Chen ZN, Qian AR, Shang P, Huang BC, Li Y, Wang XH, Li HX, Zhu P: Targeting human hepatocellular carcinoma cell membrane antigen HAb18G/CD147 by its antagonistic peptides. J Tumor Marker oncol. 2003, 18 (1): 5-18.
Herron GS, Banda MJ, Clark EJ, Gavrilovic J, Werb Z: Secretion of metalloproteinases by stimulated capillary endothelial cells. II. Expression of collagenase and stromelysin activities is regulated by endogenous inhibitors. J Biol Chem. 1986, 261: 2814-2818.
Rusciano D, Welch DR, Burger MM: Cancer metastasis: in vitro and in vivo experimental approaches. The biology of the macrophage. Laboratory Techniques in Biochemistry and Molecular Biology. 2000, The Macrophage; Elsevier Science Ltd, USA, 101-102.
Konttinen YT, Ceponis A, Takagi M, Ainola M, Sorsa T, Sutinen M, Salo T, Ma J, Santavirta S, Seiki M: New collagenolytic enzymes/cascade identified at the pannus-hard tissue junction in rheumatoid arthritis: destruction from above. Matrix Biol. 1998, 17: 585-601. 10.1016/S0945-053X(98)90110-X.
Keyszer G, Redlich A, Haupl T, Zacher J, Sparmann M, Engethum U, Gay S, Burmester GR: Differential expression of cathepsins B and L compared with matrix metalloproteinases and their respective inhibitors in rheumatoid arthritis and osteoarthritis: a parallel investigation by semiquantitative reverse transcriptase-polymerase chain reaction and immunohistochemistry. Arthritis Rheum. 1998, 41: 1378-1387. 10.1002/1529-0131(199808)41:8<1378::AID-ART6>3.0.CO;2-J.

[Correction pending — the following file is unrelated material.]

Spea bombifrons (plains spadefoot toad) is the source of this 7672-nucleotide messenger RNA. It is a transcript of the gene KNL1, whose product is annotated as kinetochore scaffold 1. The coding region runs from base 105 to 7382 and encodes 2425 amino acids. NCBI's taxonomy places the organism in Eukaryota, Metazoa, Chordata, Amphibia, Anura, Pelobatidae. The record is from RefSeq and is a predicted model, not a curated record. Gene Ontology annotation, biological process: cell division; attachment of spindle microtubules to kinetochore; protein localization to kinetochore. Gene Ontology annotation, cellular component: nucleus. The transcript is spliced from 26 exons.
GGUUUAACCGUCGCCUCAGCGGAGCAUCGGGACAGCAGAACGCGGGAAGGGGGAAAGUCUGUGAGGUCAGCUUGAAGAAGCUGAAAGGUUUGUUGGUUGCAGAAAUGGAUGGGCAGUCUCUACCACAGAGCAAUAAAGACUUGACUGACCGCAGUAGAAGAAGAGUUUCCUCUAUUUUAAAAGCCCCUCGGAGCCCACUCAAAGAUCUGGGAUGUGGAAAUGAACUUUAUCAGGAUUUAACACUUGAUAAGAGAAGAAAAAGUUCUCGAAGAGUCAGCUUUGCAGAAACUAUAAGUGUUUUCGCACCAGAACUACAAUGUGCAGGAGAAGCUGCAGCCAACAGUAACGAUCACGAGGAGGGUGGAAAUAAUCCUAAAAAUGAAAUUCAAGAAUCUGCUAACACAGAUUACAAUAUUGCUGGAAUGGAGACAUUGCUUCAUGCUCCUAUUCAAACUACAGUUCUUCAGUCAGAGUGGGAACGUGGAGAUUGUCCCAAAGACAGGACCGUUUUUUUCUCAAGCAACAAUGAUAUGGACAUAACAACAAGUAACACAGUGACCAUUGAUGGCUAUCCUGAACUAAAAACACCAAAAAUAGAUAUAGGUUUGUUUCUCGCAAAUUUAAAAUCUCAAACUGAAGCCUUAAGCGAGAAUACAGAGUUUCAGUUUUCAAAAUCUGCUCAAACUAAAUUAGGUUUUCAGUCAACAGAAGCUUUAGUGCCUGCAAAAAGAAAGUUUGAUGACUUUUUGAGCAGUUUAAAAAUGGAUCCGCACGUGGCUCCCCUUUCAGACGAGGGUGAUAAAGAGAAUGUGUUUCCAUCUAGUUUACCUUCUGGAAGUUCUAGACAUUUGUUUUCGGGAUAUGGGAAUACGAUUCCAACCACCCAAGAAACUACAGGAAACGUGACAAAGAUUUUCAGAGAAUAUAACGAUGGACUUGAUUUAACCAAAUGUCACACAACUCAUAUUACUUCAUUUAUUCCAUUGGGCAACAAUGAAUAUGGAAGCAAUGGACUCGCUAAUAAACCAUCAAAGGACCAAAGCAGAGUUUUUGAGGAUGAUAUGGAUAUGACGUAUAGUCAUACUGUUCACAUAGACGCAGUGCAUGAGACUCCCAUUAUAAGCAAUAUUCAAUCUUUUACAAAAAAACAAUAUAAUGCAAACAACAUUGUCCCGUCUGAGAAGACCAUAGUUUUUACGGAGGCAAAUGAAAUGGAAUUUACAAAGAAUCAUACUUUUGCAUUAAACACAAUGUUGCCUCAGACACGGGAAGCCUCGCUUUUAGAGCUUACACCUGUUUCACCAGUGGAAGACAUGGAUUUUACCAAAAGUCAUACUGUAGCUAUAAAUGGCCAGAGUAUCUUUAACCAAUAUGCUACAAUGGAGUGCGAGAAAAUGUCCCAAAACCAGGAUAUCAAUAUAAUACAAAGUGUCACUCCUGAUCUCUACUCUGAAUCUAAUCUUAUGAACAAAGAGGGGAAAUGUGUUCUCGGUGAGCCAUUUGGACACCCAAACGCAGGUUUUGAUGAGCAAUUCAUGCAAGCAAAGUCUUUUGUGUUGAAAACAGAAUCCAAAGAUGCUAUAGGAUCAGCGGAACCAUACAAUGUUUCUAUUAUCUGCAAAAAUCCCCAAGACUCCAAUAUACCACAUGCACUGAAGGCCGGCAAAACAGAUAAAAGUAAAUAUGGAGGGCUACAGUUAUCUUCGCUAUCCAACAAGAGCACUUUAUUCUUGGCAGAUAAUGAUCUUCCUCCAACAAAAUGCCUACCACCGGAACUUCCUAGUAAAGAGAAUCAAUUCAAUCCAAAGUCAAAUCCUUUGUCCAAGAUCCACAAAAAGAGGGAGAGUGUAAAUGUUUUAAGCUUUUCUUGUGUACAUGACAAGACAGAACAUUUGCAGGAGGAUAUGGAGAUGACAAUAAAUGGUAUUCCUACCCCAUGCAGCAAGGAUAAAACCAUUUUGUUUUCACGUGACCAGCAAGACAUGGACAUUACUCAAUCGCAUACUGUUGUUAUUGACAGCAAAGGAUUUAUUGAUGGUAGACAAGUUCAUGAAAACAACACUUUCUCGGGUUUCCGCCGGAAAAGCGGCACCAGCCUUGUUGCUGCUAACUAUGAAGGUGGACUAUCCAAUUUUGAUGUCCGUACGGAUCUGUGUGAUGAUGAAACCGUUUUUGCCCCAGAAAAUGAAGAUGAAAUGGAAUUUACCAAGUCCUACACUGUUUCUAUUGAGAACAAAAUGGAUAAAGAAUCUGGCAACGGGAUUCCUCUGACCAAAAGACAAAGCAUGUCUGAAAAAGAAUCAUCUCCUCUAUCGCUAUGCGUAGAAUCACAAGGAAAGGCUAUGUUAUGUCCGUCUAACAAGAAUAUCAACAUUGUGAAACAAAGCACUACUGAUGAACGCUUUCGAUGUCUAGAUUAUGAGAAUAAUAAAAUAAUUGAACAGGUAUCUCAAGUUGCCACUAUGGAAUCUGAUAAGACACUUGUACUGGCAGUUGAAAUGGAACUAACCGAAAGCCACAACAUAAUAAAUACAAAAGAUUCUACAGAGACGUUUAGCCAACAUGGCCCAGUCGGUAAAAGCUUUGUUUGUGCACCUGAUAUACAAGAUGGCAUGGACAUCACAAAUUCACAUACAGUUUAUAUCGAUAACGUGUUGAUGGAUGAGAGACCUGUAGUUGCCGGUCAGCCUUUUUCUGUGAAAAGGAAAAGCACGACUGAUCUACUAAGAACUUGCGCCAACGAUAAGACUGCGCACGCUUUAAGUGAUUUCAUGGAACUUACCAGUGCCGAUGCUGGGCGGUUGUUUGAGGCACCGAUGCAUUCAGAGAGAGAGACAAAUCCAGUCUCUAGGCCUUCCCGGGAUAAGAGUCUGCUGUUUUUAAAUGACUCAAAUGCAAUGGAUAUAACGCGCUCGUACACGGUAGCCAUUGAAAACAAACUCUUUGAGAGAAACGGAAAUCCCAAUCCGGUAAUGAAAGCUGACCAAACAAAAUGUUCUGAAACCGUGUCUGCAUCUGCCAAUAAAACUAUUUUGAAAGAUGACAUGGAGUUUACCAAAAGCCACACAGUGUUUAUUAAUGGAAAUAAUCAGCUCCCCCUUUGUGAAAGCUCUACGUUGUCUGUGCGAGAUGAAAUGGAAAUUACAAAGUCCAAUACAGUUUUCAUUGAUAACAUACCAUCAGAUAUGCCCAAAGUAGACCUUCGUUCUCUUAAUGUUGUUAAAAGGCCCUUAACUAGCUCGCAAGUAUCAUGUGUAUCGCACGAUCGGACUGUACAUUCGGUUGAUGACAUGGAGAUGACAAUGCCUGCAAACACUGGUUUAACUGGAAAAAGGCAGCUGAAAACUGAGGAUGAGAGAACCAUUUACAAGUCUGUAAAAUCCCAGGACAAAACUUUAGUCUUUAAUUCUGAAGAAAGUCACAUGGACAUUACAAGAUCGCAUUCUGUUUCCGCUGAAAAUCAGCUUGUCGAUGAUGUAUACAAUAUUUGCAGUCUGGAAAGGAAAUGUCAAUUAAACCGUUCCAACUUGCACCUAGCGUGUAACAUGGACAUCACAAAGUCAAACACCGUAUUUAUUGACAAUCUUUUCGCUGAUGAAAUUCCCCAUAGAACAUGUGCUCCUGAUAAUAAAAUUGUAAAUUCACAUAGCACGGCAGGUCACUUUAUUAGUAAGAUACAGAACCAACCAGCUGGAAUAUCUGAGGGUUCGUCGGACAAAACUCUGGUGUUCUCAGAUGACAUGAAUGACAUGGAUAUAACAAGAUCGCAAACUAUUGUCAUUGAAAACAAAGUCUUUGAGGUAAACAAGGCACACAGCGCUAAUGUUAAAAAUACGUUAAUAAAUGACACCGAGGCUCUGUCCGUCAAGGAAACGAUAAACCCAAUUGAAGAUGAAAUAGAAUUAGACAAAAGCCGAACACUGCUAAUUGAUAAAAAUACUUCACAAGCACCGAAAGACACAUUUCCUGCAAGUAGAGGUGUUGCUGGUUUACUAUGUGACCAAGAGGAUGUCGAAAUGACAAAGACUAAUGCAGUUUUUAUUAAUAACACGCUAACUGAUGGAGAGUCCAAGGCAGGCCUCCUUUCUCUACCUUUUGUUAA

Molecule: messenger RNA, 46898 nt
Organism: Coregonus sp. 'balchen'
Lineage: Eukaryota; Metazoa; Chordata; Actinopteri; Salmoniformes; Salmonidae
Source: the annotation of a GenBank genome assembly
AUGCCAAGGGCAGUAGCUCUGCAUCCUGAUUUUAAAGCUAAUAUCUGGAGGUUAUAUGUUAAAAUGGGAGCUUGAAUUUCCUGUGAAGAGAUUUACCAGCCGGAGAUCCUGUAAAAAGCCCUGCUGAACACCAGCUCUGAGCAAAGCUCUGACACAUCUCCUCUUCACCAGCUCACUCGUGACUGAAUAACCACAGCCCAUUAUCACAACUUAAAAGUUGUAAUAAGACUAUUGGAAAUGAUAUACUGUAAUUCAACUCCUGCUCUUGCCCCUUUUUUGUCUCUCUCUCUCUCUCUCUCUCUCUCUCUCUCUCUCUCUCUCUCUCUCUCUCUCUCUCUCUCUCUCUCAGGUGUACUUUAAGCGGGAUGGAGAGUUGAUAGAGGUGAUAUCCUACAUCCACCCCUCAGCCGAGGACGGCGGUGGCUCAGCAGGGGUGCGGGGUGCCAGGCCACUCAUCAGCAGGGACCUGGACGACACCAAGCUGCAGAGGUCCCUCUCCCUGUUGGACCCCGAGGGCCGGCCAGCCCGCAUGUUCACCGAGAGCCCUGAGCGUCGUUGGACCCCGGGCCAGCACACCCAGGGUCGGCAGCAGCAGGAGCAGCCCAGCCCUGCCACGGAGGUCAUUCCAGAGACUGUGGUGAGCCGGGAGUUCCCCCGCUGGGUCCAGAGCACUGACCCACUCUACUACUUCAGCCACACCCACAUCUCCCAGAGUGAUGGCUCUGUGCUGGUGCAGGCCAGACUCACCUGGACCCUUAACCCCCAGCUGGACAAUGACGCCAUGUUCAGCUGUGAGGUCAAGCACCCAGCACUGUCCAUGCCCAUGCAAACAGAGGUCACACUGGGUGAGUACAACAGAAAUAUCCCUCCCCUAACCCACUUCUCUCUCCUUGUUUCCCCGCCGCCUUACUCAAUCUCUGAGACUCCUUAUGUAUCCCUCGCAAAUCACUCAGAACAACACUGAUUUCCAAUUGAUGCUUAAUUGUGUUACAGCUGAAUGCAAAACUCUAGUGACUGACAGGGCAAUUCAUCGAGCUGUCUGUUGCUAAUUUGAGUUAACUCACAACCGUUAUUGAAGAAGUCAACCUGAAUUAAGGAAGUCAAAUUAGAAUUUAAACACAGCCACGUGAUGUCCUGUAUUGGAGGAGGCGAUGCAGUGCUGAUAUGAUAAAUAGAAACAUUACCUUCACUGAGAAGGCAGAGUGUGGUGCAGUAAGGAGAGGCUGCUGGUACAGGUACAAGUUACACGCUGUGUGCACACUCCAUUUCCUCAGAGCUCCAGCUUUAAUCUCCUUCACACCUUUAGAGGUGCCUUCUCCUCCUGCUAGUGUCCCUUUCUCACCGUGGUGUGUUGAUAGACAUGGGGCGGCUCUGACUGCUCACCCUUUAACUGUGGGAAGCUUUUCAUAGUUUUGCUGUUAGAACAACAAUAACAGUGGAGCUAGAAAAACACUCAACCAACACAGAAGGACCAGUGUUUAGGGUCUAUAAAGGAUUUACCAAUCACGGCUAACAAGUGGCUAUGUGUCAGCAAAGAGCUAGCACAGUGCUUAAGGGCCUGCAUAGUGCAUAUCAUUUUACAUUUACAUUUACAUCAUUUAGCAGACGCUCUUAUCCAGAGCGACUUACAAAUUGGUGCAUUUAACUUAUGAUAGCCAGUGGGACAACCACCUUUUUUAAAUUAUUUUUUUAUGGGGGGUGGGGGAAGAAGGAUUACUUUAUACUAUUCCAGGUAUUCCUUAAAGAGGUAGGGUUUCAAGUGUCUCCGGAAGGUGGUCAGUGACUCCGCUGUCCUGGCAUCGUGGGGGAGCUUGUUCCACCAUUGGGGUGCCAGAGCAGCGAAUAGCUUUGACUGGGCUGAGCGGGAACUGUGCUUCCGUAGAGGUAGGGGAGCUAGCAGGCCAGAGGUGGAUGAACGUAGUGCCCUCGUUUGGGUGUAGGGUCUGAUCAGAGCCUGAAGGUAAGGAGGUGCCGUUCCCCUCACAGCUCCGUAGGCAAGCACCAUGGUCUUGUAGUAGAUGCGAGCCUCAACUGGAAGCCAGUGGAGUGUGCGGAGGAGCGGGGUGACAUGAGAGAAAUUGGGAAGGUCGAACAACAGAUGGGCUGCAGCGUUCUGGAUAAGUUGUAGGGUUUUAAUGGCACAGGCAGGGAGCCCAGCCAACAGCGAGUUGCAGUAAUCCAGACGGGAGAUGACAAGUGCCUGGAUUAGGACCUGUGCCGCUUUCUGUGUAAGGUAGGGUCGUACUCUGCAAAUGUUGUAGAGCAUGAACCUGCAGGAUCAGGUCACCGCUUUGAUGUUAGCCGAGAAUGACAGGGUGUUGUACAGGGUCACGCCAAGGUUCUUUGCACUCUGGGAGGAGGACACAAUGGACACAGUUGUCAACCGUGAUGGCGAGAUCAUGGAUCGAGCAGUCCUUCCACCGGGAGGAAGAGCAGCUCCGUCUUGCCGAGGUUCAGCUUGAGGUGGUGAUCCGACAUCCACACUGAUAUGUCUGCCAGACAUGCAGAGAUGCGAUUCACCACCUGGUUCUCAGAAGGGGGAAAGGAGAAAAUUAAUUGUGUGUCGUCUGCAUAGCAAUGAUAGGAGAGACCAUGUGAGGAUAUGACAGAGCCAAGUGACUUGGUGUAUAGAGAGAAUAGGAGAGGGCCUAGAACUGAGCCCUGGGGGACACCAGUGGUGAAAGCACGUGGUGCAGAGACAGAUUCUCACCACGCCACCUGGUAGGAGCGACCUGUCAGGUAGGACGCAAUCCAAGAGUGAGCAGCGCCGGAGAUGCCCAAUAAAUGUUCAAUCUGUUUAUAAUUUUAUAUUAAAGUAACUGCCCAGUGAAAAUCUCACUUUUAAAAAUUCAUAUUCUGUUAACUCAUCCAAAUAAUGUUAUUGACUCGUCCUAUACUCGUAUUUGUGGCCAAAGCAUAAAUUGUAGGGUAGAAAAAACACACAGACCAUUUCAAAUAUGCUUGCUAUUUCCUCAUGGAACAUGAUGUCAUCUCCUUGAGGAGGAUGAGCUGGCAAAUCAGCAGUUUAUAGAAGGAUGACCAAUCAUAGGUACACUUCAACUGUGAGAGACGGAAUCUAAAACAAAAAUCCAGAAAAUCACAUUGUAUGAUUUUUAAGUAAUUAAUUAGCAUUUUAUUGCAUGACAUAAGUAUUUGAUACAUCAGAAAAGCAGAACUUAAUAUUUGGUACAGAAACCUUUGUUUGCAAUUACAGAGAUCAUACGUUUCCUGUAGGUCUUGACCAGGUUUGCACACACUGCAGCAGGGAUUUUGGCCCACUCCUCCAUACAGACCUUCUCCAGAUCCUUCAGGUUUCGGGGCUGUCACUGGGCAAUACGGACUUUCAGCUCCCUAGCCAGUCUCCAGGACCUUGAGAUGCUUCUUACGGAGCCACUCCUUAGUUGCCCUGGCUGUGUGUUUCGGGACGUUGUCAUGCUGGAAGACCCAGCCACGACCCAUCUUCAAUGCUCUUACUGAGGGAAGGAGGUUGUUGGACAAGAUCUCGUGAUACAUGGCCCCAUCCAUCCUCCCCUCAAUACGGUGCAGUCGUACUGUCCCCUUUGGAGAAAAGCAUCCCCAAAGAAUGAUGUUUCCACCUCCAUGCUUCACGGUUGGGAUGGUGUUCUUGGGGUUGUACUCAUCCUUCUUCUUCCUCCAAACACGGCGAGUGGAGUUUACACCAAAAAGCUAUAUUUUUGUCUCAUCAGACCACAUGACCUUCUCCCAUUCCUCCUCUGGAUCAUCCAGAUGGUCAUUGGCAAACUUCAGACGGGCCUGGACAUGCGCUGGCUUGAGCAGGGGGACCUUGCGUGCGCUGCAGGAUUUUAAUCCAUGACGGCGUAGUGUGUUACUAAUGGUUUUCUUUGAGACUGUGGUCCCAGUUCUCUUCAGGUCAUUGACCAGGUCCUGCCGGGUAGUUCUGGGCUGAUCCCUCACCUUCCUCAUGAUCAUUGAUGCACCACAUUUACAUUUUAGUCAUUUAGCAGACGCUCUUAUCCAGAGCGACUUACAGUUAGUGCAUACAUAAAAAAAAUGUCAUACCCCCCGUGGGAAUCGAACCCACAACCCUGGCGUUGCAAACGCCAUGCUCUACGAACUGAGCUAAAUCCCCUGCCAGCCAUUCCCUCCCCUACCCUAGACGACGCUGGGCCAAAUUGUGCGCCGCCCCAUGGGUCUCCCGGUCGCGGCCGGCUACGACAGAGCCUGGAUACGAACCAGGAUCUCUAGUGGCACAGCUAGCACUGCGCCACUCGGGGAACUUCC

Cawston T: Matrix metalloproteinases and TIMPs: properties and implications for the rheumatoid diseases. Mol Med Today. 1998, 4: 130-137. 10.1016/S1357-4310(97)01192-1.
Maeda S, Sawai T, Uzuki M, Takahashi Y, Omoto H, Seki M, Sakurai M: Determination of interstitial collagenase (MMP-1) in patients with rheumatoid arthritis. Ann Rheum Dis. 1995, 54: 970-975.